The Constraints of Evangelism, Part I


Excursis:
Hi All, Sorry it’s taken so long to write again, I’ve been a little busy with papers and with the U.S. midterm elections (I’m a bit of a political junkie). Anyway, thanks for your continued reading. I would also like to ask for your prayers, since my busyness has also done some damage to my Bible Reading, as well as to my blogging. I need diligence.

Now to the topic at hand:

I have been dealing with the question of Evangelism for a while. As we said earlier, I believe that it is necessary to evangelize, even from a secular perspective, as it is a Christian worldview that best develops a love for freedom and a basis for democracy.

The problem is that there are good ways to do evangelism, and I think very bad ways. I am grading “good” by how well they exemplify and proclaim the glory of God to those around us (and by extension how well they avoid causng others to devalue God).

The Bible says that all the law and the prophets hang upon the two great commandments, and I think that as such, our understanding of how to do evangelism should hang from them too.

As an aside, I don’t think that these commandments can be understood outside of the whole counsel of scripture. As Article XX of the C of E articles of faith says, no part of scripture should be read in such a way as to make it repugnant to another part. The English reformers had a point, so I will read the commandments within the context of all scripture. (as it is all God breathed).

This is getting long, so I’ll end by mapping the next 2 entries. The first will be how we love God with all our hearts and minds and strength by doing evangelism, and the second will be how we love others as ourselves in evangelism. I will be doing them in this order for a very simple reason: they’re the order we’re given in scripture, and I think that there’s a reason. If we get the order reversed, or if we make the cmmandments fully equivalent, we miss things. If we forget the first one, and pretend that we can love God by simply loving our neighbour, we become functional atheists, and if we focus on the former without the latter, we end up causing our neighbours to see our God as less beautiful and less glorious (which is really, really bad).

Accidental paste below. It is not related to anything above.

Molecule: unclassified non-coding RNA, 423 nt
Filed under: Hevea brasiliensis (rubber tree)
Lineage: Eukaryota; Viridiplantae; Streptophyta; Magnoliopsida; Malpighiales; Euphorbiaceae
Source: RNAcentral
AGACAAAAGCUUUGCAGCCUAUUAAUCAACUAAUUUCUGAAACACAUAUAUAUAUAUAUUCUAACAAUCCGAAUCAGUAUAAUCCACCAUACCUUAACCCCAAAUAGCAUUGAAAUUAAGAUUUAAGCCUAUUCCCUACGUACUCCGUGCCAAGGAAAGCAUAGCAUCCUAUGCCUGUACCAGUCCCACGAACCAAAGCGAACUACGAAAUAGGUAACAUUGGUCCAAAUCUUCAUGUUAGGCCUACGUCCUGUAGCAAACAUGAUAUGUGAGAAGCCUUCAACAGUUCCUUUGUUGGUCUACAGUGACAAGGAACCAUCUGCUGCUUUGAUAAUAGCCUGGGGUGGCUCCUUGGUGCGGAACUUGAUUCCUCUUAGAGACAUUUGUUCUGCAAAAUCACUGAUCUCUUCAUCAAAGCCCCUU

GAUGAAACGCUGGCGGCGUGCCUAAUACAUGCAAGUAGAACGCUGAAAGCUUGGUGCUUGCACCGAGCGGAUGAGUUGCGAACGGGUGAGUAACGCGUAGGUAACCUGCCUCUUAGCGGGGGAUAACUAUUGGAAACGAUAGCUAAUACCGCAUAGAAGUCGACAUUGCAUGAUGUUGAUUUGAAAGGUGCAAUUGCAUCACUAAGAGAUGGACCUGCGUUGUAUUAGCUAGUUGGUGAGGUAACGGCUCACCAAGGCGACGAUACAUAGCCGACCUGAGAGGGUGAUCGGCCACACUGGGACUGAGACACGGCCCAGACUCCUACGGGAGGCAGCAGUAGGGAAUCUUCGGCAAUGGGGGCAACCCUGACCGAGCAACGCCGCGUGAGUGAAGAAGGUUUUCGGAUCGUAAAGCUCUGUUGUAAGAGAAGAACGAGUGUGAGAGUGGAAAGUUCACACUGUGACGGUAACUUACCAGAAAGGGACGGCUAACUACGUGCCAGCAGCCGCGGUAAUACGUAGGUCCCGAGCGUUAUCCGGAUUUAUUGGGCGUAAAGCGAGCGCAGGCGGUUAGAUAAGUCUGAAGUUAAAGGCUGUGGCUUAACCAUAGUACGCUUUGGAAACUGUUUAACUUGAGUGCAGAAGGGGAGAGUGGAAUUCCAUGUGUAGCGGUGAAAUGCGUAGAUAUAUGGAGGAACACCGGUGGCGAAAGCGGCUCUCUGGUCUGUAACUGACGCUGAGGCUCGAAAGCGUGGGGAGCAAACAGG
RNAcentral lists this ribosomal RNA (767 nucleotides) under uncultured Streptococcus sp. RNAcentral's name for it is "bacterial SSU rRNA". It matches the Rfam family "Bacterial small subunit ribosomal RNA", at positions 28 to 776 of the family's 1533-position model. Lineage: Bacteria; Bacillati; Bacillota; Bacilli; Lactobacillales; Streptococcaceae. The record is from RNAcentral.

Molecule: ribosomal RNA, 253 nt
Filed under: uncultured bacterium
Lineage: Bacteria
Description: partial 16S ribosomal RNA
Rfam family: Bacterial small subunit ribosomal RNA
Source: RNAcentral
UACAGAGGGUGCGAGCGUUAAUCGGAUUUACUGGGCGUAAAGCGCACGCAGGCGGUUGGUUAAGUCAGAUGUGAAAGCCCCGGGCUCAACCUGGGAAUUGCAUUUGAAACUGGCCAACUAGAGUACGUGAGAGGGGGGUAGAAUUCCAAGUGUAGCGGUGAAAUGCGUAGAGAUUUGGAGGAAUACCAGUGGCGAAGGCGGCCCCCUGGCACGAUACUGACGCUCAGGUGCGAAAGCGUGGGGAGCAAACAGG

Author: Stephen Dawe

Steve is a part-time vocational elder Calvary Baptist Church, St. John's as well as a full-time student at Memorial University of Newfoundland, in the Religious Studies Department.

2 thoughts on “The Constraints of Evangelism, Part I”

  1. It’s funny you should mention evangelism, Steve. It’s been a steadily growing, resurgent call for me over the last little while, and this has been confirmed through several different and individual sources. I think I might address that call in my own blog. Take a look when you get the chance.

  2. part one. Sounds good. A series :D. evangelism is one of those sketchy topics or so I’ve heard. You know apparently people always think of the preachers on commercials that ask for money to heal you of your illnesses or something. I never really grew up seeing any of those commercials myself. But we are all called to be ministers of our faith. I can’t wait to hear part two.

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